INCM is the result of the merging in 1972, of Imprensa Nacional (The Official Printing Office) and Casa da Moeda (The Mint). The long history of these companies makes INCM the repository of some of the oldest industrial establishments in the country.

D. João ID. João I

D. LuizD. Luiz

Regulamento das Contrastarias, 1886Regulamento das Contrastarias, 1886

Santo Elói, padroeiro dos ourivesSanto Elói, padroeiro dos ourives

Caixa de PunçõesCaixa de Punções

Antiga Contrastaria no Campo das Cebolas - LisboaAntiga Contrastaria no Campo das Cebolas - Lisboa

Edifício da Contrastaria de GondomarEdifício da Contrastaria de Gondomar

Edifício da Contrastaria do PortoEdifício da Contrastaria do Porto

The control and marking of precious metal articles is regarded as the oldest form of consumer protection. The counterfeiting of gold artefacts was in the past, a crime severely punished by law, similar to the counterfeiting of currency.

Already in the first dynasty were established penalties for those who counterfeited currency or precious metals. D. João I (1357-1433) regulated the profession of goldsmith and its trade. Later laws, as the Ordinations Afonsinas (1446) or the Ordinations Filipinas (1603) increased the penalties for counterfeiting, which went from exile to the death penalty. With D. Pedro II, the minimum fineness (amount of precious metal in the composition of an alloy) became 20 carats. in the reign of D. João V, in the seventeenth century, it was ruled that articles in gold should have 18 carats and had to be examined by assayers. Nowadays, the Penal Code states, moreover, penalties for the forgery of the assay office punches.

In the Middle ages, the control of the fineness of precious metals, i.e., the percentage (or per thousandth by weight) of precious metal in the alloy, was a responsibility of the guild in which the artificers were grouped. There were the Confraria dos Ourives de Lisboa (Brotherhood of Goldsmiths of Lisbon), the Confraria dos Prateiros de Lisboa (Brotherhood of Silversmiths of Lisbon) and their Oporto counterparts which followed very strict regulations to ensure quality of manufactured items. The Mint, acting in the name of the king, supervised this activity.

With the loss of importance and subsequent disappearance of corporations (1834), it was handed over to municipalities the responsibility to assay the articles of precious metal; was the era of so-called "municipal assayers" or "gentlemen assayers", goldsmiths of recognized competence whose function was to ensure the quality of the products of other goldsmiths.

This system has, however, deteriorated. As the assayers fees were charged by article marked, there were more demanding and more permissive assayers. As a result, Portuguese Assay Office marks and jewellery lost credibility.

In 1881, after complaints from the City Council of Oporto, the Goldsmiths' Association and the Auriferous Society on the negligence of some municipal councils and the lack of laws against abuses and irregularities in the fineness of articles of precious metals, the king D. Luís I decreed the uniformity of the fineness of gold and silver throughout the country. However, these measures were not enough, and in July 27 of 1882, Fontes Pereira de Melo, being chairman of the Council of Ministers and Minister of Finance, extinguished the municipal assayers and ordered the creation of the Lisbon and Oporto Assay Offices, subject to the Mint.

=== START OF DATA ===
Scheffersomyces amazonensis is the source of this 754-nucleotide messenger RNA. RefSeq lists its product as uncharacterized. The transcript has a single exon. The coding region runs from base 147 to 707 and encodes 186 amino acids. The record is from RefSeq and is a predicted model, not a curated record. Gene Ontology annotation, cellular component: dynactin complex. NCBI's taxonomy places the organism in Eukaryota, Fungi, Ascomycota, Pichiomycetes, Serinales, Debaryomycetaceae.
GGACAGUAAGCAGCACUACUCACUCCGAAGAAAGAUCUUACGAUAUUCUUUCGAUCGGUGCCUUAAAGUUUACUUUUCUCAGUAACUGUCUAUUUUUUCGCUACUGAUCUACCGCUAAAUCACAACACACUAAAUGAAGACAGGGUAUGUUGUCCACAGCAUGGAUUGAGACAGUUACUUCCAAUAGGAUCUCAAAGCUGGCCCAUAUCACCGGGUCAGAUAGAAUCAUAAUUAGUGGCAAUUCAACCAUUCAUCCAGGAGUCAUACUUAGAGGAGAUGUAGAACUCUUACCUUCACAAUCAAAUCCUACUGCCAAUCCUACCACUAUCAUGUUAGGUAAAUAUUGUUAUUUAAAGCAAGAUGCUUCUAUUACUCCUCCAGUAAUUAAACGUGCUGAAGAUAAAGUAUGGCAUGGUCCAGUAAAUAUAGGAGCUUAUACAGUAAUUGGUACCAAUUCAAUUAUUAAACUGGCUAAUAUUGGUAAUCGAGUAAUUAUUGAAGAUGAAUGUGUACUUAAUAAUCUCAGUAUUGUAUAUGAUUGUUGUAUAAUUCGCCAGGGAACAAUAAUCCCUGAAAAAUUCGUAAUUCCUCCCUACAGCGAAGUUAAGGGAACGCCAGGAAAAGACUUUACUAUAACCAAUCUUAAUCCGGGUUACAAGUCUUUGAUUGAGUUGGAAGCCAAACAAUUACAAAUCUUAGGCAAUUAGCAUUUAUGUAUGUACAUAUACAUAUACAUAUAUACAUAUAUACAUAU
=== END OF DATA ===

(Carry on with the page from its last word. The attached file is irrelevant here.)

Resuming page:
In 1886, the Assay Office Department of Braga was created (Government Journal no. 171, July 26) and in 1887 three assay office marks began to be used (Lisbon, Porto and Braga). The Assay Office Department of Braga would be extinct in 1911 (Government Journal no. 70, March 17).

In 1900 the government was requested to establish a new assay office department in Gondomar, given the number of manufacturers that there existed. However, only a delegation of the Oporto Assay Office was open in October of that year and closed a few months later by political and economic reasons. By Law no. 85, on July 26 of 1913 was finally created the Assay Office Department of Gondomar, replacing the delegation while the conditions of communications between that municipality and the city of Oporto were not changed.

By the Assay Offices Regulation of 1932 (Decree no. 20740 of 11 Jan) we can see the size of the three assay offices in terms of staff: 11 people in Lisbon, 16 in Oporto and 12 in Gondomar. The Lisbon and Gondomar Assay Offices are of similar size, while the Oporto Assay Office is larger.

The Decree no. 26115 later withdraws the class of department to the Lisbon, Oporto and Gondomar Assay Offices. By the Decree no. 28902 of 8 August 1938, are entrusted to the Oporto Assay Office the assaying services until then borne by the Gondomar Assay Office - exclusively from this municipality - but leaves in Gondomar a reception and delivery post for articles, assuming the State the burden of delivering the works to the Oporto Assay Office.

With the creation of the Imprensa Nacional-Casa da Moeda (Portuguese Mint and Official Printing Office), by Decree-Law no. 225/72 of 4 July, the Assay Offices were integrated into this government-owned company as services directly linked to its administration.

Finally, on May 1st, 1986, was created the current Assay Offices Department of the Portuguese Mint and Official Printing Office, incorporating the Lisbon and Oporto Assay Offices, with the later including a delegation in Gondomar, which remained with Decree-Law no. 170/99 of 19 May that transformed INCM into a corporation (SA) with state-owned capital only.

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